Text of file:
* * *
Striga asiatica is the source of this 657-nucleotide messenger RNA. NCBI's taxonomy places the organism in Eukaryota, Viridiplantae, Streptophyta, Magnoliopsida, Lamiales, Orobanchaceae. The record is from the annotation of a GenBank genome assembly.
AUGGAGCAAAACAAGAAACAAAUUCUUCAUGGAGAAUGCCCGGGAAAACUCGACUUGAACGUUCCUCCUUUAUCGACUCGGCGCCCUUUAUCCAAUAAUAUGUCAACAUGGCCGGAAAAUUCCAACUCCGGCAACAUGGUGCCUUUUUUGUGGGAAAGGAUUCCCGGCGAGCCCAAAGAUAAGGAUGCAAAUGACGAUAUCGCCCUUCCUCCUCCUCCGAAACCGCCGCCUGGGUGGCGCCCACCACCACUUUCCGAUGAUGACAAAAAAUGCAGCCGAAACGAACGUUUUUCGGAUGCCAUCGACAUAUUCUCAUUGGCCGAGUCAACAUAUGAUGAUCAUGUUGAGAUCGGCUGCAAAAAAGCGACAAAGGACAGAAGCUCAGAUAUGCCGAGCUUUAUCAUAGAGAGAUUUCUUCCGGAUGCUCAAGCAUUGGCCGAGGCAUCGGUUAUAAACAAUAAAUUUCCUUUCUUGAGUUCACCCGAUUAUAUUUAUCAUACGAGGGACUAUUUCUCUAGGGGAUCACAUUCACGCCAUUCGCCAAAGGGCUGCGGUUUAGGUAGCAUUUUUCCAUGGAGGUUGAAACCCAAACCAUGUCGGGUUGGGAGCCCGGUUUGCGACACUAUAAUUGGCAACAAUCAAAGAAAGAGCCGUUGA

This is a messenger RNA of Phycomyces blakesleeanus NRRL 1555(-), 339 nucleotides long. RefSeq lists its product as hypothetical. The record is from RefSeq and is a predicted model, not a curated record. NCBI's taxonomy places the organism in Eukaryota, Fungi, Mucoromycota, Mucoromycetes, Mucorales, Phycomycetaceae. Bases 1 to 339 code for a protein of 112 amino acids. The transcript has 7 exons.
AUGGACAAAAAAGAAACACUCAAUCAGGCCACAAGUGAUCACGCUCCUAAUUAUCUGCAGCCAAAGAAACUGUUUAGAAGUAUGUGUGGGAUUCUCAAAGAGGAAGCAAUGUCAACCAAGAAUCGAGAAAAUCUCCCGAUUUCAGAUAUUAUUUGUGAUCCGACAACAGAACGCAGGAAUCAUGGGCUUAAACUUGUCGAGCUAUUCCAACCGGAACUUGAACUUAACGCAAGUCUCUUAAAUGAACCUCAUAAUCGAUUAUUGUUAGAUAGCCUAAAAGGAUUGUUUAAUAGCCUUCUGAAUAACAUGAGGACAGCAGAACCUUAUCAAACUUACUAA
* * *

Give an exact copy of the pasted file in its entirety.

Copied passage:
Striga asiatica is the source of this 657-nucleotide messenger RNA. NCBI's taxonomy places the organism in Eukaryota, Viridiplantae, Streptophyta, Magnoliopsida, Lamiales, Orobanchaceae. The record is from the annotation of a GenBank genome assembly.
AUGGAGCAAAACAAGAAACAAAUUCUUCAUGGAGAAUGCCCGGGAAAACUCGACUUGAACGUUCCUCCUUUAUCGACUCGGCGCCCUUUAUCCAAUAAUAUGUCAACAUGGCCGGAAAAUUCCAACUCCGGCAACAUGGUGCCUUUUUUGUGGGAAAGGAUUCCCGGCGAGCCCAAAGAUAAGGAUGCAAAUGACGAUAUCGCCCUUCCUCCUCCUCCGAAACCGCCGCCUGGGUGGCGCCCACCACCACUUUCCGAUGAUGACAAAAAAUGCAGCCGAAACGAACGUUUUUCGGAUGCCAUCGACAUAUUCUCAUUGGCCGAGUCAACAUAUGAUGAUCAUGUUGAGAUCGGCUGCAAAAAAGCGACAAAGGACAGAAGCUCAGAUAUGCCGAGCUUUAUCAUAGAGAGAUUUCUUCCGGAUGCUCAAGCAUUGGCCGAGGCAUCGGUUAUAAACAAUAAAUUUCCUUUCUUGAGUUCACCCGAUUAUAUUUAUCAUACGAGGGACUAUUUCUCUAGGGGAUCACAUUCACGCCAUUCGCCAAAGGGCUGCGGUUUAGGUAGCAUUUUUCCAUGGAGGUUGAAACCCAAACCAUGUCGGGUUGGGAGCCCGGUUUGCGACACUAUAAUUGGCAACAAUCAAAGAAAGAGCCGUUGA

This is a messenger RNA of Phycomyces blakesleeanus NRRL 1555(-), 339 nucleotides long. RefSeq lists its product as hypothetical. The record is from RefSeq and is a predicted model, not a curated record. NCBI's taxonomy places the organism in Eukaryota, Fungi, Mucoromycota, Mucoromycetes, Mucorales, Phycomycetaceae. Bases 1 to 339 code for a protein of 112 amino acids. The transcript has 7 exons.
AUGGACAAAAAAGAAACACUCAAUCAGGCCACAAGUGAUCACGCUCCUAAUUAUCUGCAGCCAAAGAAACUGUUUAGAAGUAUGUGUGGGAUUCUCAAAGAGGAAGCAAUGUCAACCAAGAAUCGAGAAAAUCUCCCGAUUUCAGAUAUUAUUUGUGAUCCGACAACAGAACGCAGGAAUCAUGGGCUUAAACUUGUCGAGCUAUUCCAACCGGAACUUGAACUUAACGCAAGUCUCUUAAAUGAACCUCAUAAUCGAUUAUUGUUAGAUAGCCUAAAAGGAUUGUUUAAUAGCCUUCUGAAUAACAUGAGGACAGCAGAACCUUAUCAAACUUACUAA